Creating the Perfect Vegetable Garden
by Amy Lignor
Many are still dealing with that wintery mix Mother Nature just loves to toss down from the sky this time of year. Yet, that gardener living inside the soul – the one just dreaming of the sunny skies and lazy rainy days that are must-haves in order to grow the best vegetables possible – is already jotting down the facts, tricks and tips they need to know in order to make that perfect garden grow.
That list to “create the perfect vegetable garden” begins by digging up the perfect plot. After enriching the site with organic material and fertilizer, and marking your rows with stakes, you are then ready to plant. So…what comes first?
Depending on what you wish to grow, you want to make sure that when it comes to your garden layout that the rows are running from east to west – tall plants being on the north and east sides of the setup so that the early crops, such as lettuce, as well as hot-weather vegetables, such as tomatoes and peppers, all get the right amount of sunshine.
Sowing the seeds is the most prominent skill you need to know. For small seeds, create furrows that measure barely one centimeter deep in the soil, and scatter the seeds evenly and close together for the best growth. For larger seeds that should be planted about three centimeters apart, dig the furrows at least two centimeters into the soil. Cover with a thin layer of potting mix or compost, then pack down the seeds and water gently.
When it comes to watering, seeds must be imbedded in soil that stays continuously moist until they sprout; therefore, check every day to make sure the soil is never too dry. Overwatering is also a mistake, because larger seeds can rot in a soggy bed. Plants need between three and four centimeters of water each week, and it is very important for young plants with shallow roots. As plants grow the roots go deeper into the soil, where moisture remains even though the surface soil can become dry.
A garden hose is still a necessary implement, but by using a rotary sprinkler or a soaker hose, you receive even more efficiency when it comes to watering. But whichever you happen to choose, make sure your watering is scheduled for the mornings or early afternoons.
Even though many do not like thinning the garden, this step is a ‘must-do.’ Ask the experts; they understand that although destroying seedlings can seem like a bad thing, it must be done in order to grow that perfect plot. If the rows are too busy, carrots can twist and lettuce can barely form. So when the seedlings reach 3-5 centimeters in height, make sure to do that much-needed thinning by pulling plants out carefully to avoid disturbing the roots of those that remain.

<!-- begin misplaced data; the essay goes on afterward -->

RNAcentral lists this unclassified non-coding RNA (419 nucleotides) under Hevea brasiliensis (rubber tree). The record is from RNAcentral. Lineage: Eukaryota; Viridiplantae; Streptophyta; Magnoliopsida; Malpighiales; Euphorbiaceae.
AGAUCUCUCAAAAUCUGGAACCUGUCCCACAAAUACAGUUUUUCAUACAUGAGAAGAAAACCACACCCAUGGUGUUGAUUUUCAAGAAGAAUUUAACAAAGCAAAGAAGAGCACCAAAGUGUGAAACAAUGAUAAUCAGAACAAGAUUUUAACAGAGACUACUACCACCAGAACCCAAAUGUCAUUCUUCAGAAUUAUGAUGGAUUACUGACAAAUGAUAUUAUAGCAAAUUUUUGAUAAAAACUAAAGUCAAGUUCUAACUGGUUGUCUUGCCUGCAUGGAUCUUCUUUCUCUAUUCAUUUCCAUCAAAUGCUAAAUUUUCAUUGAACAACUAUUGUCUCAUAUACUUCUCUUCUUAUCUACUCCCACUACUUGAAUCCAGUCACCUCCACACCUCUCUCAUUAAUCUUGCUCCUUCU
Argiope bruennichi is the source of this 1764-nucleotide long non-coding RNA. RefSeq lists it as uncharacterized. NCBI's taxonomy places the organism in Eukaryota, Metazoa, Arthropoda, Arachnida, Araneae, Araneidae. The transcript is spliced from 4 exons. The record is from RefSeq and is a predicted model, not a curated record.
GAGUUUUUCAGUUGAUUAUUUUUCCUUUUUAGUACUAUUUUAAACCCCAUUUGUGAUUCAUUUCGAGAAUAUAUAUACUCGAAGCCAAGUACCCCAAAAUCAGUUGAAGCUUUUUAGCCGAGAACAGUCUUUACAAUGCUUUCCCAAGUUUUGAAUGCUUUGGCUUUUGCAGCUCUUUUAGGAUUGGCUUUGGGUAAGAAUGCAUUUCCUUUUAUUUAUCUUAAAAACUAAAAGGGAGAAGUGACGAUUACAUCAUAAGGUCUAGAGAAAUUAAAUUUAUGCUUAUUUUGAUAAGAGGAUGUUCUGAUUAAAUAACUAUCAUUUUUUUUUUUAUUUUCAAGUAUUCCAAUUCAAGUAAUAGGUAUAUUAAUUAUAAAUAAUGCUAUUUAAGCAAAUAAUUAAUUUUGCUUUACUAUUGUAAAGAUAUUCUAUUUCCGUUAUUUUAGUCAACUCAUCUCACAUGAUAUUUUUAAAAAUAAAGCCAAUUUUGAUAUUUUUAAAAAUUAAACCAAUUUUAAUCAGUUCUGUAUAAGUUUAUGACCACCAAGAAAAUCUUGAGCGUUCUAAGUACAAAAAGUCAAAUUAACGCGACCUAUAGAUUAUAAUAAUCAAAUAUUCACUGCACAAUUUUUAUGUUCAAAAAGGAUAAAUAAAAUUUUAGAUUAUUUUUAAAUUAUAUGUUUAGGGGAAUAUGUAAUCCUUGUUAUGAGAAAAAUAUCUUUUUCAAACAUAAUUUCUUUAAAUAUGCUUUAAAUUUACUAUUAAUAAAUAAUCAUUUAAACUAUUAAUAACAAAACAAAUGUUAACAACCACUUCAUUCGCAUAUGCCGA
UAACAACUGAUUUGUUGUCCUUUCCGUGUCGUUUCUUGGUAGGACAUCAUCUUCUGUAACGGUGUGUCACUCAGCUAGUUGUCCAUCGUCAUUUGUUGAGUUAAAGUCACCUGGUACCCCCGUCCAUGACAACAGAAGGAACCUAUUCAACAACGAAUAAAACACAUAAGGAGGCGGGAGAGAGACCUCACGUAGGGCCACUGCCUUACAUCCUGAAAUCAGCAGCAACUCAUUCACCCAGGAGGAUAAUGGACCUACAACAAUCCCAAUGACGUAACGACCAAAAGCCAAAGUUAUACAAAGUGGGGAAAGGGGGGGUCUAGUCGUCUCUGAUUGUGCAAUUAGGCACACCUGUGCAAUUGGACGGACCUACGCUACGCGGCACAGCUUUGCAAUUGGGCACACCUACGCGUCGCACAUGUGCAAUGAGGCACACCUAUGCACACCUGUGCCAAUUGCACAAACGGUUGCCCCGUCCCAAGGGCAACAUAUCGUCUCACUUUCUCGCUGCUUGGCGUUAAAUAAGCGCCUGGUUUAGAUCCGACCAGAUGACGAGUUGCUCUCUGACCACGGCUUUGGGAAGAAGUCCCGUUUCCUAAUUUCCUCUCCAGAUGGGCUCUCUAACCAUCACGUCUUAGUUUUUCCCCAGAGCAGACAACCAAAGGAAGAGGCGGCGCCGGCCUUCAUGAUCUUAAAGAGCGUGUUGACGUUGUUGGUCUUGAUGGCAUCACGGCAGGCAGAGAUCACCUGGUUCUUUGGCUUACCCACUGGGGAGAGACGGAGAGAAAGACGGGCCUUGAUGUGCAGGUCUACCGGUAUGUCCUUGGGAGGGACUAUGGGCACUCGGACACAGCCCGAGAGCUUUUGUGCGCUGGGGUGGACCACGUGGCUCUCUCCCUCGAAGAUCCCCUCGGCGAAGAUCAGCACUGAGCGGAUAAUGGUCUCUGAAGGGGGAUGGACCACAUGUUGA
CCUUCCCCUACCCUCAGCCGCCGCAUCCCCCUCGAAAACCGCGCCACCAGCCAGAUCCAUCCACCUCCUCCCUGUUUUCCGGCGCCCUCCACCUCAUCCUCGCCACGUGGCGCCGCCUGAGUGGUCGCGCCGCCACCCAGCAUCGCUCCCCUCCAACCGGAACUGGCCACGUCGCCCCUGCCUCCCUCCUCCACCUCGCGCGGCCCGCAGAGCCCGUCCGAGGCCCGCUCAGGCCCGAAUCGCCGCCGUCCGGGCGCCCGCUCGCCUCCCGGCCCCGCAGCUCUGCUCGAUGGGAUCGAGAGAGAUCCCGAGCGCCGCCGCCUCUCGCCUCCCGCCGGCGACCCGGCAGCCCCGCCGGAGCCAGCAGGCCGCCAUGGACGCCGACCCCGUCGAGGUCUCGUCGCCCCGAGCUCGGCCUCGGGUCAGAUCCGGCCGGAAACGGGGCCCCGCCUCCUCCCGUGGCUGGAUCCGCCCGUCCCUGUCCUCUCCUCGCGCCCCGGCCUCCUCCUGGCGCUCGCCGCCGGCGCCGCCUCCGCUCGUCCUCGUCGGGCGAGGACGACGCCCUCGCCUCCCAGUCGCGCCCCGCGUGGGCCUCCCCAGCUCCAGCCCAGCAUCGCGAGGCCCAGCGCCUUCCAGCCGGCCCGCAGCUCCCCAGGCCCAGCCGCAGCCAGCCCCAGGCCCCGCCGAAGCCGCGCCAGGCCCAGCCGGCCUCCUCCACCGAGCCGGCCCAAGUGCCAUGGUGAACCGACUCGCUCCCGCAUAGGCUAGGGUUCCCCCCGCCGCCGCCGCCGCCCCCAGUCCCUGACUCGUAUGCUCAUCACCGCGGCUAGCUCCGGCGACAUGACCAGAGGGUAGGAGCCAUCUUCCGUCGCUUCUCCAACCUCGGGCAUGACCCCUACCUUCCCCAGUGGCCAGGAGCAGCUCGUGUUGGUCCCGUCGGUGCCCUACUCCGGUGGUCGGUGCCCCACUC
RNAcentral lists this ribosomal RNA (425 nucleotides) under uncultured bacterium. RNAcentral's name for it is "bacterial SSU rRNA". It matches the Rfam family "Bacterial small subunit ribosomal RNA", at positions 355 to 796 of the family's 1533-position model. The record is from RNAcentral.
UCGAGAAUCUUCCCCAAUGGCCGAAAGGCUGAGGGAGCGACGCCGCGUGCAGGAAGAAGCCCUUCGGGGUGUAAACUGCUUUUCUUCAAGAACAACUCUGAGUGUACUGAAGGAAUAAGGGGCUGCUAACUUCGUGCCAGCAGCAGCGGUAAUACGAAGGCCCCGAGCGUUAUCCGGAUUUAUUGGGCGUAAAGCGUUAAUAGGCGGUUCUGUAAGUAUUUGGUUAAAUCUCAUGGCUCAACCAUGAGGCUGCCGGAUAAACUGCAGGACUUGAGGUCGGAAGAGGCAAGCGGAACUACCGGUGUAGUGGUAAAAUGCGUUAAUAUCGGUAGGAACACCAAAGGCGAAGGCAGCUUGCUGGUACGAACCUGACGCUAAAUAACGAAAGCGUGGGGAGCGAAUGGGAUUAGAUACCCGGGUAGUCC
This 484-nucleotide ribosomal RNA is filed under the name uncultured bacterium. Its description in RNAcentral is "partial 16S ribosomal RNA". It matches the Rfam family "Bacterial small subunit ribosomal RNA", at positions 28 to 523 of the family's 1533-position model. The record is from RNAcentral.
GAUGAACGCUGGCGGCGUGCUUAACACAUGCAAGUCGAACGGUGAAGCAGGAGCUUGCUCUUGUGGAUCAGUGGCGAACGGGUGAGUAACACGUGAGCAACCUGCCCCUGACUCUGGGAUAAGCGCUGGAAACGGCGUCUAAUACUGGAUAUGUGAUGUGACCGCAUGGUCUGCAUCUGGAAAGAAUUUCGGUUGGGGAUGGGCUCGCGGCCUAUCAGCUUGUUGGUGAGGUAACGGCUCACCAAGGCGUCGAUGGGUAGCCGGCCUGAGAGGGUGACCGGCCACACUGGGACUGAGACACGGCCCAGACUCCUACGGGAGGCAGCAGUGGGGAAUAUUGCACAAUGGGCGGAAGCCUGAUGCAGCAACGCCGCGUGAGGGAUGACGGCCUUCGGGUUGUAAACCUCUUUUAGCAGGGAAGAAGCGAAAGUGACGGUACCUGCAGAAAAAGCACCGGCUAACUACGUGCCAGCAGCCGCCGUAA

And the third basic step that must be learned and done on a continuous basis comes in the form of weeding the garden. Weeds will always compete for room, pushing vegetables aside and taking whatever nutrients the soil can offer. Weeds will grow rampant in a well-taken-care-of plot, and if they’re left alone too long it is a strong possibility that the roots of the vegetables you’ve tried to grow will be broken or twisted from those annoying weeds. Keep in mind that pulling weeds is far easier after a rainstorm or the day after a good watering has been done to the garden. The weeds will come up far easier and leave those much-wanted vegetables alone.
If you’re worried about insects affecting your vegetable garden, keep in mind that these little terrors cannot stand certain plants, such as onions, garlic, and even chrysanthemums. Therefore, planting these particular things will help repel any insects that want to call your garden “home.” In addition, make sure to keep those milk jugs and soda bottles around the house, because these all come in handy as covers to place over your thriving vegetables when frost is in the forecast.
Follow these tips and, with a little work, you will watch that perfect garden grow right before your very eyes!
Source: GIG News